The Other Half

BY NOW, it’s pretty obvious that I am a big fan of Carl Jung. In an earlier post, I spoke about the Shadow, the collective name for those parts of our psyche that become consigned to the unconscious for reasons of conditioning or trauma, to name but a few. Fortunately, through the self-healing process of individuation (or psychosynthesis), a person could painstakingly reassemble their fragmented psyche into an integrated whole. A satisfying never-ending journey not for the faint-hearted. Jung spoke of yet another aspect of the psyche, that is not entirely separate from, yet distinct from, the Shadow. He called this the Anima/Animus.

For a woman, the Animus represents those parts of her psyche that are regarded as masculine and have been repressed since childhood, such as confidence and leadership, while for a man, the Anima represents the feminine, repressed parts of his, such as compassion and intuition.

So for instance, speaking only of my generation and coming from a mixed-sex school environment, girls were raised not to stand up for themselves and put other people’s, especially men’s, needs over their own, so typically, a little girl might grow up as a pleaser with low self-esteem. Boys on the other hand were taught to act tough, suppress their emotions and fight their way out of difficulty, so typically, a little boy might turn into a bully with an over-inflated opinion of his abilities and who does whatever the hell he wants. I am, of course, generalising – the reality was far more nuanced.

Carl Jung believed that when it comes to peeling back the onion layers of the unconscious, the Anima/Animus is stored in the very deepest recesses and so represents the final stage in the individuation journey once the Shadow stage is complete. However, I have found the two to be interchangeable and the work on both to be in parallel. The extent to which the Anima/Animus is distinct from the Shadow may well depend on the environment into which a person is born. Gender-based expectations were more pronounced in Jung’s time, so it would follow that the personal journey that informed the bulk of his research is coloured accordingly.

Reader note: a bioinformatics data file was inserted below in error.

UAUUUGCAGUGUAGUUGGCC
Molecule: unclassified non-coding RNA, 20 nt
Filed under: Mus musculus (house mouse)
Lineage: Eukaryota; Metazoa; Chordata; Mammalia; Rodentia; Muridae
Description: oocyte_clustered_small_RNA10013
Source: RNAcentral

Jung also did not account for greyer areas in sexual identity and it is generally recognised in therapeutic circles nowadays that both men and women exhibit/repress both anima/animus traits. If Jung were to time travel to the present, he would almost certainly have to revisit many of his assumptions. The key is not to take his ideas too literally.

Of course, the notion that men and women are fundamentally different has been around for millennia. With the advent of Christianity, the onus was on women to be ‘saints’, while men had carte blanche to be ‘sinners’ if they felt so inclined and as long as nobody was looking. Scientific dogmas for gender difference are more recent – Men are from Mars and Women from Venus seemed to knock on the head once and for all any ideas I had that men and women were sexual equals. Based on what I know now about the part conditioning plays in identity and behavioural development, it turns out that I may have been right all along, and we are in fact all a dizzying cocktail of what we might term ‘masculine’ and ‘feminine’ qualities. Just as ‘good’ and ‘evil’ are man-made, so too are gender behaviours. There are indeed natural differences but these are far more subtle that we have been led to believe.

The end result of generations of societal cherry-picking is that noone but noone operates on full capacity. If for argument’s sake we say that we exhibit 50% of our full potential (chances are it really is 10%), then you can see how so many people feel a gaping void and the concept of a missing other half arises. As harsh as it sounds, putting all the hormonal, physical aspects of biological sex to one side, when we fall in love, we are in fact falling for the missing parts of ourselves whom the object of our desire just happens to best represent. This is the X-factor, that thing you cannot put your finger on and why when they say “It’s not you, it’s me”, they really do mean it (though it doesn’t seem that way at the time).

So if Jung is right, then romantic love as we have come to know it is nothing more a societal construct, a projection, the outcome of millennia of conditioning. Yes, boooooooooo!! Romantic love would not exist if we were whole.

Much is currently made of the Patriarchy that has held sway for what seems like an eternity across the world. What tends to be overlooked is that both sexes have been hammered into conformity. Even in these crazy times, what is exciting is that men and women have an opportunity to liberate themselves from centuries of bullshit and rediscover the truth of their entire being.

We are the One.